Golden Antelope Press ($15.95)
by Andy Harper
The first collection from a seasoned poet of place, Monica Barron’s Prairie Architecture is particularly good pandemic reading. To write the rural Missouri college town where Barron is a professor of English and to live in the era of distancing both call for the patterns of observation ingrained in the form and voice of these poems.
A distanced intimacy unites the collection, introduced by the speaker of the opening poem, who listens over coffee to
in the screen-porch playing cello
to a cornfield yellowing fast . . .
. . . . . . . . . . . . . . . . . . . . . . . . .
the dogs covered in dust
that someone bellows for or maybe it’s to
out of anger that yellows his dried-up life.
Barron conjures the essayistic idler figure, listening from diners, fire pits, and hair salons, notebook at hand. This quiet intimacy resists the trite observation of small towns (that everyone knows everyone’s business), invoking instead an ethic of witness. Histories overheard in gas stations or at parties mobilize communal grieving, share warnings and fables of imperfect justice. In “Hunting Song,” the speaker muses,
If only the river had taken Audrey under
its mighty wing. She might never have shot
her husband in the kitchen after close.
The sign still says Audrey’s Place, but
how empty, how silent the place with her gone.
Barron makes of this roadside edifice an impromptu memorial, as she does elsewhere with a grain bin, an open field. In doing so, she acknowledges dual truths: that to belong to a place is to pass daily through these ghosts of history, and that their lessons are always contingent—legible more in hypotheticals than in certainties.
Prairie Architecture displays an appropriate nonchalance regarding structure, allowing us to slip with Barron into the comfort both of form and of a small Midwestern town without allowing repetition to stifle. Form remains loose, breaks down in improvisation, adaptation. “Meditation from West of the River” introduces a rule for repeated lines around stanza breaks—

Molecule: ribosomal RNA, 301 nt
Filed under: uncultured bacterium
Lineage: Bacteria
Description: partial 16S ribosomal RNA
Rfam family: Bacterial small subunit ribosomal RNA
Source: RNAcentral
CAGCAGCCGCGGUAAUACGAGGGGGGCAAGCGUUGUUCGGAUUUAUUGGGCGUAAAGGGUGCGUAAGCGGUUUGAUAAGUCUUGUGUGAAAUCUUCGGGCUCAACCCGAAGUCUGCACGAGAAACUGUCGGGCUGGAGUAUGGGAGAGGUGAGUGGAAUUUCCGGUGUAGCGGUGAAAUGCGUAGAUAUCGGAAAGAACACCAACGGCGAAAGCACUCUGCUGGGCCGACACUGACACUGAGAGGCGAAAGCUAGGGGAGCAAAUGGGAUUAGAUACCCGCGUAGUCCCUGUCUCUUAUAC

Crossing the Mississippi late at night
I saw the ground fog rising to cover the road.
I saw the ground fog rising to cover the road
give way to frost. Say what you want about love
—then allows that rule to become lax:
I want to help you live, to finally find
the synapse that connects the heart and mind.
Whatever it is that connects the heart and mind
it’s at the mercy of memory.
Here again is Barron’s commitment to ambiguity. Here, too, and elsewhere, the author invites us into the process and prehistory of the poem. In some pieces, numbered segments mediate a range of historical and cognitive chronologies, charting how observation and meditation together mobilize meaning. Throughout, segmentation and circularity highlight patterns of life from small talk and travel to climate change and resource extraction.
This book is lucidly aware of its moment. In one of a handful of poems departing Kirksville for Barron’s annual trip to New Mexico, the speaker observes,
Before the border walls
there were mission walls.
At Tumacacori they crumbled
to Sonoran sand
and the fossilized pits
of Fr. Kino’s peaches.
Jesus replants the mission
orchard with the oldest
root stock he can find.
The double meaning that here collapses Christ with a farm worker plays throughout Prairie Architecture, but “Jesus in Three Movements” keenly renders the collection’s commitment to returning to our foundations—old walls of the past—to revive and reclaim an ethic of care with which to re-/build the psychic infrastructure our present moment demands. Near the end of the book, “Looking for Democrats in Novinger, MO” processes the 2016 election, offering gratitude to “older Black feminists” and Leonard Cohen, to old friends and “those younger who want our knowledge.”
Barron offers no blueprint for living through this pandemic; she not only tolerates but celebrates ambiguity and the constructed-ness of things. If these poems do offer any model, however, it is one for observing, for bearing witness, for gratitude and friendship. What we will do in these rural college towns is what we already do best: keep on caring for each other. This is the architecture of community and the politics of place.